Gov. Tate Reeves, members of the media and other politicians are touting the $246 million teacher pay raise passed this session of the Mississippi Legislature as the largest in state history.
“The largest teacher and assistant teacher pay raise in Mississippi history is now law,” the governor proclaimed on social media.
Often, people lose perspective and are caught in the moment when they proclaim something is the best, biggest or most significant in history. But in terms of sheer dollars, it is true that the proposal approved during the 2022 legislative session is the largest single year pay raise for Mississippi’s kindergarten through 12th grade teachers in the state’s history.
But there are many nuances to the claim “largest in state history.” Through the history of the state, despite being known for perennially poor pay for teachers, there have been significant salary bumps for Mississippi’s kindergarten through 12th grade instructors.
The pay raise passed this session provides teachers an average increase of $5,140, costing $246 million annually.
On social media, Ray Mabus, who served as governor of the state from 1988 until 1992 and later served as U.S. Navy secretary, said he did not see how the pay raise passed this year could be the largest in state history.
“We passed an average $4,400 pay raise in 1988. Adjusted for inflation, the raise today to be the largest would have to be an average of $10,000 or more,” Mabus said on social media.
According to the Associated Press, the 1988 legislation increased teacher pay on average 18% compared to more than 10% for the current raise.
In the 2000 session, at the behest of then-Gov. Ronnie Musgrove, the Legislature approved a multi-year, $338 million pay raise that was fully enacted in 2005. At the time, the raise increased teacher pay from an average of $31,892 per year to $41,445 or an increase of 30%, according to reporting by the New York Times from the 2000s.
And earlier, starting in 1997, the Legislature under then-Gov. Kirk Fordice approved a three-year raise totaling an average of $1,297 when fully enacted.
In the 2014 session, during the first term when Republicans controlled both chambers, the Legislature approved a $2,500 pay raise spread out over two years, and then a $1,500 raise in 2019 and a roughly $1,000 raise in 2021.
The point is that the 1988 and 2000 pay raises were at least as significant as this year’s effort by the Mississippi Legislature.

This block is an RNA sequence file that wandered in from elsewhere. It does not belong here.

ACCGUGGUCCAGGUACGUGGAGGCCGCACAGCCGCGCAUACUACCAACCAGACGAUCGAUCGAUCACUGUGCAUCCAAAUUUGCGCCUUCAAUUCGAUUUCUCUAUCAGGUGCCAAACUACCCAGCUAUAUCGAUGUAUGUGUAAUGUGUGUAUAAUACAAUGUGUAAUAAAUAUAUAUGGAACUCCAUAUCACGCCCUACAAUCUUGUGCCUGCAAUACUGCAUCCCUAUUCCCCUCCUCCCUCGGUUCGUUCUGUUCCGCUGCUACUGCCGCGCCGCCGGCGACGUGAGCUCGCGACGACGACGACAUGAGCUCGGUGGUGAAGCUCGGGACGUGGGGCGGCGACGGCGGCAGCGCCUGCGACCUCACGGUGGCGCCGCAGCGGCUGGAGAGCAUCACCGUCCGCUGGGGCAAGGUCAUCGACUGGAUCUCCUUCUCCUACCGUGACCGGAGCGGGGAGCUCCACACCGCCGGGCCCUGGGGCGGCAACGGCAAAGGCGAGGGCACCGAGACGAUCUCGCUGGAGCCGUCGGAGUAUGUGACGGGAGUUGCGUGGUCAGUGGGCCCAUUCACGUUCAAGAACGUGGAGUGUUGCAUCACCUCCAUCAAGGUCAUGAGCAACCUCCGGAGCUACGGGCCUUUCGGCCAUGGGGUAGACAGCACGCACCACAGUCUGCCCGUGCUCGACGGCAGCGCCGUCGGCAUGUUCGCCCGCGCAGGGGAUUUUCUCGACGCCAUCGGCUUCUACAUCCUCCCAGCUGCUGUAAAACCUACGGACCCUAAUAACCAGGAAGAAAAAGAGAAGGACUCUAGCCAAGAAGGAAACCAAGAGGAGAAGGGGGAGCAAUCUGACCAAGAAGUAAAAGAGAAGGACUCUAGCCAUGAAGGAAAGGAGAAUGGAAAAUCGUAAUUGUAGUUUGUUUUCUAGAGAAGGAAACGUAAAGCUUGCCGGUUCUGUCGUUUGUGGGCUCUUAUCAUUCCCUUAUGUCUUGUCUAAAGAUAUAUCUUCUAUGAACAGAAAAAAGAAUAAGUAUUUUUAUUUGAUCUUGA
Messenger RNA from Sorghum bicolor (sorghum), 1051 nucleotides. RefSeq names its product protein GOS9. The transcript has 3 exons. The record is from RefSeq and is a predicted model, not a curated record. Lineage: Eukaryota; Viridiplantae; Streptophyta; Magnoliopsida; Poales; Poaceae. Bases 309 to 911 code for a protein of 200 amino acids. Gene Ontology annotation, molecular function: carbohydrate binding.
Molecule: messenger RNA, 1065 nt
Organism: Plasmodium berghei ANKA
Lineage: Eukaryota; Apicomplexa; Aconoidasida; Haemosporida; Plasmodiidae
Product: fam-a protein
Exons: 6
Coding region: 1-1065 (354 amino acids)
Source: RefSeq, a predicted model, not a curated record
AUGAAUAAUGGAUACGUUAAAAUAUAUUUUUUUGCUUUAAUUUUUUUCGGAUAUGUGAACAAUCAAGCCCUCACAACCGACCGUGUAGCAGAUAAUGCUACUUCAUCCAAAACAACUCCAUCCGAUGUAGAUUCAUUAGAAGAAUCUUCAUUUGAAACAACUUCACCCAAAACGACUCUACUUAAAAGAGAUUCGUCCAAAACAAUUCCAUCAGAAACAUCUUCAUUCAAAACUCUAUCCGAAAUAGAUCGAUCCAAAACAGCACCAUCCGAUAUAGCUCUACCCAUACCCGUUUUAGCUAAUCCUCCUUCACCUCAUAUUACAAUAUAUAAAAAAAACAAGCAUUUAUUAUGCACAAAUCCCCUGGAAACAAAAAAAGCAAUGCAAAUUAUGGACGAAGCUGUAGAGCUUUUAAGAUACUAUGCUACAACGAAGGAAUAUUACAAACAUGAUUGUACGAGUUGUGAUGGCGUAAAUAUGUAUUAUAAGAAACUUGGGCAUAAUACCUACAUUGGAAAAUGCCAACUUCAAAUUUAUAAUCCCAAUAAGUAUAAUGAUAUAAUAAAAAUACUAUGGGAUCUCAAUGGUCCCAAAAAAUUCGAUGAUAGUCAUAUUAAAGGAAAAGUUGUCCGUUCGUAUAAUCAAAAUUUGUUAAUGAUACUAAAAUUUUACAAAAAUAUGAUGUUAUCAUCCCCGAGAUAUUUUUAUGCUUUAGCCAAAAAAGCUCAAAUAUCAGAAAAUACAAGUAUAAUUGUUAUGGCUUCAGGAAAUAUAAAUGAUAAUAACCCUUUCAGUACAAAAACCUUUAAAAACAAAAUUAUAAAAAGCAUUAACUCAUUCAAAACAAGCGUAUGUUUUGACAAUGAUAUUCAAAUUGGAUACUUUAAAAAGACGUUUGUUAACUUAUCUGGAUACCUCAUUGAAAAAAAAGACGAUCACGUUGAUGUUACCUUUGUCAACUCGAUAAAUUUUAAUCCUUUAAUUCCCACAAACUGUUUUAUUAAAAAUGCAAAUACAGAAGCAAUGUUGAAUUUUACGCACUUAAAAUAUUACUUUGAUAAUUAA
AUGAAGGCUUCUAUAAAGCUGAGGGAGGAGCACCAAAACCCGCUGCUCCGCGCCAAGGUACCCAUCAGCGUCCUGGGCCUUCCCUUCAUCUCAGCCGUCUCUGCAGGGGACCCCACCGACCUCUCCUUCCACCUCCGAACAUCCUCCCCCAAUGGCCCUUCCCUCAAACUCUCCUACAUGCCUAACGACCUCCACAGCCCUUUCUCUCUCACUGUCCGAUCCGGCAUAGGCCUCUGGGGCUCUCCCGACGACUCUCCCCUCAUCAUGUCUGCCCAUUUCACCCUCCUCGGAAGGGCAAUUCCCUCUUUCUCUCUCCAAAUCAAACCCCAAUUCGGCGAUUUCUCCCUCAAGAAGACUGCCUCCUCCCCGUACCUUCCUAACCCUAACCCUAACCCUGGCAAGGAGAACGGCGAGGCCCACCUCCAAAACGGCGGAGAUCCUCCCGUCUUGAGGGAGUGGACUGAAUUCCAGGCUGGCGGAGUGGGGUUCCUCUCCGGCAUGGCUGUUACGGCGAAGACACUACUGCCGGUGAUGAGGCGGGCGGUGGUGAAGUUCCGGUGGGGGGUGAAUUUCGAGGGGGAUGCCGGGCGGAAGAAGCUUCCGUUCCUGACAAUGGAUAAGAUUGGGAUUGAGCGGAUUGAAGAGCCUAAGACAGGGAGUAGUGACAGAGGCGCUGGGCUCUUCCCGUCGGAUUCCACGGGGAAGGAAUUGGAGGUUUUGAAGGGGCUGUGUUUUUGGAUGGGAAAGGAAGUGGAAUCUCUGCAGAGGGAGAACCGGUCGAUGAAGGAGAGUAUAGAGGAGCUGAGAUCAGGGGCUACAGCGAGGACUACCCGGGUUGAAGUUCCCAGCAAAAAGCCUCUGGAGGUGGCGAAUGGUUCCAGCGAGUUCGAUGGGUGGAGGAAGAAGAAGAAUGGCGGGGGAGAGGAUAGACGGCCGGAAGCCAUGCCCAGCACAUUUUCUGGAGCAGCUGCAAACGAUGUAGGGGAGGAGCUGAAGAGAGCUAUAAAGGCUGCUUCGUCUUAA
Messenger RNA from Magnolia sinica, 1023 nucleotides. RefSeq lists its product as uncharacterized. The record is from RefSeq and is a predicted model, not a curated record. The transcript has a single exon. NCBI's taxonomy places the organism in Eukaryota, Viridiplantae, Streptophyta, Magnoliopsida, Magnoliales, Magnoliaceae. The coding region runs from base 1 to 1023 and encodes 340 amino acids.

That is not to diminish or downplay the efforts of the current Legislature. Legislators are to be commended. But the fact is that in the coming years — not too far in the future — the Legislature most likely will pass another raise that can be called the largest in history. After all, almost every year legislators tout they have appropriated the most money in history for education. They never go on to add that they also have approved the largest overall budget in the state’s history.
But that is what happens with inflation. Just like in the private sector, inflation drives costs up.
State Economist Corey Miller said recently that wages and salaries grew by 7.2% in 2021. Considering recent wage growth and inflation, it would be almost surprising if the Legislature did not pass the largest pay raise in state history this year.
And it could be asked why it took so long after that watershed pay raise of 2000 for the Legislature to again approve such a significant proposal for teachers.
After all, almost every politician elected since 2000 has spoken of the importance of education and of teachers to the state.
The proof of that commitment might not be this year’s admittedly significant — even historic raise — but what happens going forward. Every politician from Reeves to most legislators said this year’s pay raise was only the beginning in terms of the state’s commitment to public education.
Said Senate Education Chair Dennis DeBar, R-Leakesville, “We want to continue this. It will not be the end.”
That continuance, if it occurs, could indeed be historic.
But at some point, that commitment also will have to include more than the level funding that legislators continue to budget for the other aspects of public schools. After all, schools’ costs for gasoline, utilities and other items also are increasing.
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